Lycopus. Lycopus virginica.
- Volatile oil, bitter principle, gallic acid, tannin.
- Specific Medicine Lycopus. Dose, from one to twenty minims.
The principal therapeutic influence of lycopus seems to be upon the thoracic viscera, and consequently upon all lesions having diseases of these organs for their basis. The use of the lycopus may be confined to certain fixed indications with better results than follow its indiscriminate use in any general class of cases, regardless of conditions.
Specific Symptomatology—In diseases of the heart, either functional or organic, marked by irritability and irregularity of the organ, dyspnea, feeling of oppression in the cardiac region, its administration is followed by gratifying results. Hypertrophy and dilatation have been known to undergo marked diminution in consequence of its administration.
Therapy—It possesses tonic, sedative, astringent and narcotic proper. ties, and has been successfully used in incipient phthisis, hemoptysis, etc. It acts like digitalis in reducing the velocity of the pulse, but has no cumulative effects. In pericarditis and endocarditis its sedative action lessens the frequency of the pulse, irritability, and its attendant inflammation, in a manner equaled by no other remedy.
Cases of exopthalmic goitre are reported as having been cured by lycopus, and it would be well to give it a thorough trial in this most intractable disease.
Goss said that in palpitation and valvular disease of the heart, lycopus is good; in hemoptysis it is so positive in its action that he seldom used any other remedy. He considered it a sedative as well as an astringent in its action, controlling the capillary circulation by diminishing the caliber of the vessels, thereby reducing the flow of the blood.
In diseases of the respiratory apparatus lycopus has been found to be very useful. Hemoptysis, associated with rapid and tumultuous heart's action, yields readily to its influence, as does hemorrhage from any part. Hale lauds lycopus highly for its efficiency when used in cases of incipient phthisis and in chronic inflammatory diseases of the lungs. By regulating the heart's action and equalizing the circulation in the lungs it mitigates or arrests the local inflammation.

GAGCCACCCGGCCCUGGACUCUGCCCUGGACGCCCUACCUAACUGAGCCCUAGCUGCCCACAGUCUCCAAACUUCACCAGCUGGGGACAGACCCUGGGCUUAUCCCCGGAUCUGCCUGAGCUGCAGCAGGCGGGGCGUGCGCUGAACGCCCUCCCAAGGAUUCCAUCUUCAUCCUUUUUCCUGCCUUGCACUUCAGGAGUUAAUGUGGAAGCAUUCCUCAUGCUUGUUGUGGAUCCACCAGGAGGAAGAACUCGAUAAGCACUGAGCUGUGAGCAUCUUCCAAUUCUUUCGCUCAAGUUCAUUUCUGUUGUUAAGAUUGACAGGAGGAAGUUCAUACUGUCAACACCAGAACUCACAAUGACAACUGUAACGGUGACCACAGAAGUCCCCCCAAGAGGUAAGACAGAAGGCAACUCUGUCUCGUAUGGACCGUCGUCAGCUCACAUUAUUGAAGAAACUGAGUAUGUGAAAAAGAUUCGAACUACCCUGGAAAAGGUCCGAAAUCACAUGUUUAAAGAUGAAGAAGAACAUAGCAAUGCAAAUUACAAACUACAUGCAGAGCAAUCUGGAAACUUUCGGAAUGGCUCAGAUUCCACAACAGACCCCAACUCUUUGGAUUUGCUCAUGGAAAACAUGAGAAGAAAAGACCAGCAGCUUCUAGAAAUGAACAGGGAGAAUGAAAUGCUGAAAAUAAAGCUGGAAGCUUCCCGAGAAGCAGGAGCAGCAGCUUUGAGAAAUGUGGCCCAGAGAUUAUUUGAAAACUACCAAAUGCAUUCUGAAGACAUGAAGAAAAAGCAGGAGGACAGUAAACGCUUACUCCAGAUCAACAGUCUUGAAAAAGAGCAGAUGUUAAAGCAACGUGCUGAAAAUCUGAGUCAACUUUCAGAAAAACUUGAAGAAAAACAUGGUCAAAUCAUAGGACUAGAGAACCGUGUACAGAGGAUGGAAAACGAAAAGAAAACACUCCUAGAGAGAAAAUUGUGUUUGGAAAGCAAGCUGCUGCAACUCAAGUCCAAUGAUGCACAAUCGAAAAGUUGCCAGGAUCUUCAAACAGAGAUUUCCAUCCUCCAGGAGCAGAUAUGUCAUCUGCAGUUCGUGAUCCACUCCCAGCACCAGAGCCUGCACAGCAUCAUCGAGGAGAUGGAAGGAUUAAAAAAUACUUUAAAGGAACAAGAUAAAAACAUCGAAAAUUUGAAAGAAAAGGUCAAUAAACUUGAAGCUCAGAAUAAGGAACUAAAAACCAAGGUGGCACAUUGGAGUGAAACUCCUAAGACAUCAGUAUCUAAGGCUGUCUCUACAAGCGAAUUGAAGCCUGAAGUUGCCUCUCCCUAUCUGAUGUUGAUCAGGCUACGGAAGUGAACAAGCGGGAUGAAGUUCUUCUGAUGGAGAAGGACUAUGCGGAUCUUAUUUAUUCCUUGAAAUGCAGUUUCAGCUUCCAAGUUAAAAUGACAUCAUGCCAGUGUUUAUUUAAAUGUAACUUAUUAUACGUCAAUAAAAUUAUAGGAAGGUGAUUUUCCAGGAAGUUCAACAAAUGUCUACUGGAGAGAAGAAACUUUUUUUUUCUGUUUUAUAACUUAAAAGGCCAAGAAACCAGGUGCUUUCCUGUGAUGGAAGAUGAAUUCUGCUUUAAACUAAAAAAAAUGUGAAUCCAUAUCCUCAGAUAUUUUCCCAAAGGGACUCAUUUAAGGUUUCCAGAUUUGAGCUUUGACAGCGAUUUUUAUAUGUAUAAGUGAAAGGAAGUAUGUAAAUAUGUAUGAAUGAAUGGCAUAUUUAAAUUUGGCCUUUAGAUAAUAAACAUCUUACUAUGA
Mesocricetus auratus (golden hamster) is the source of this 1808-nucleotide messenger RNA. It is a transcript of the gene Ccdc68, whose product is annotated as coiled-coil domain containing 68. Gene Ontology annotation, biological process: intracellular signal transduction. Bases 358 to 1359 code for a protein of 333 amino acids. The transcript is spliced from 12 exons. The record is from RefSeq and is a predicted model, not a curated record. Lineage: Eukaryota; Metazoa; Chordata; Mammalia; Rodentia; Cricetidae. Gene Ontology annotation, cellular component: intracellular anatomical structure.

Chronic irritable cough, arising from the smouldering inflammation in the lungs, can be cured by its administration. It has been used repeatedly in the high temperature of typhoid fever with uniformly good results; it not only effectually reduced the excessive heat, but in so doing, it did not depress in the least the vital forces of the patient.
To a certain extent it acts on the heart as a nerve sedative by lessening its action, also by constringing the blood vessels; hence, diminishing the flow of blood. We have in this valuable remedy much that is expected of aconite or veratrum, antipyrin, antifebrin, as an agent to reduce the heat in high temperature without many of their baleful effects. A dose of from one to five drops may be given every two to four hours. It is not necessary to give it regularly-only as indicated.
It is also good in hepatitis, if complicated with pneumonitis, in two-drop doses, once every three hours. In hematuria, if associated with calculi or catarrh of the bladder, lycopus is of benefit alternated with chimaphila umbellata.
Dr. Halbert and others combine lycopus with chionanthus and perhaps belladonna in the treatment of diabetes.
They claim that it influences patients that are naturally fleshy, previously very heavy, and who lose their excess of weight by this disease.
It is decidedly beneficial in the treatment of diabetes, curing a few cases after all other remedies have failed. It has proven beneficial in chronic diarrhea and dysentery, inflammatory disease of drunkards and in intermittents. It promotes digestion, invigorates the appetite, allays gastric and enteric irritability.
Dr. Langford says that lycopus will benefit more gastric difficulties than any other remedy that he has ever used, but does not specify the most particular indications that would suggest it.
Dr. Eads gives lycopus, fifteen drops every thirty minutes with cold compresses to the nape of the neck, for persistent nose bleeding.
Dr. LeBlanc lays great stress on its action in full doses in any passive hemorrhage.
There are many cases of scalding urine with frequency from vesical irritation that will be overcome by lycopus in full doses.
The American Materia Medica, Therapeutics and Pharmacognosy, 1919, was written by Finley Ellingwood, M.D.
It was scanned by Michael Moore for the Southwest School of Botanical Medicine.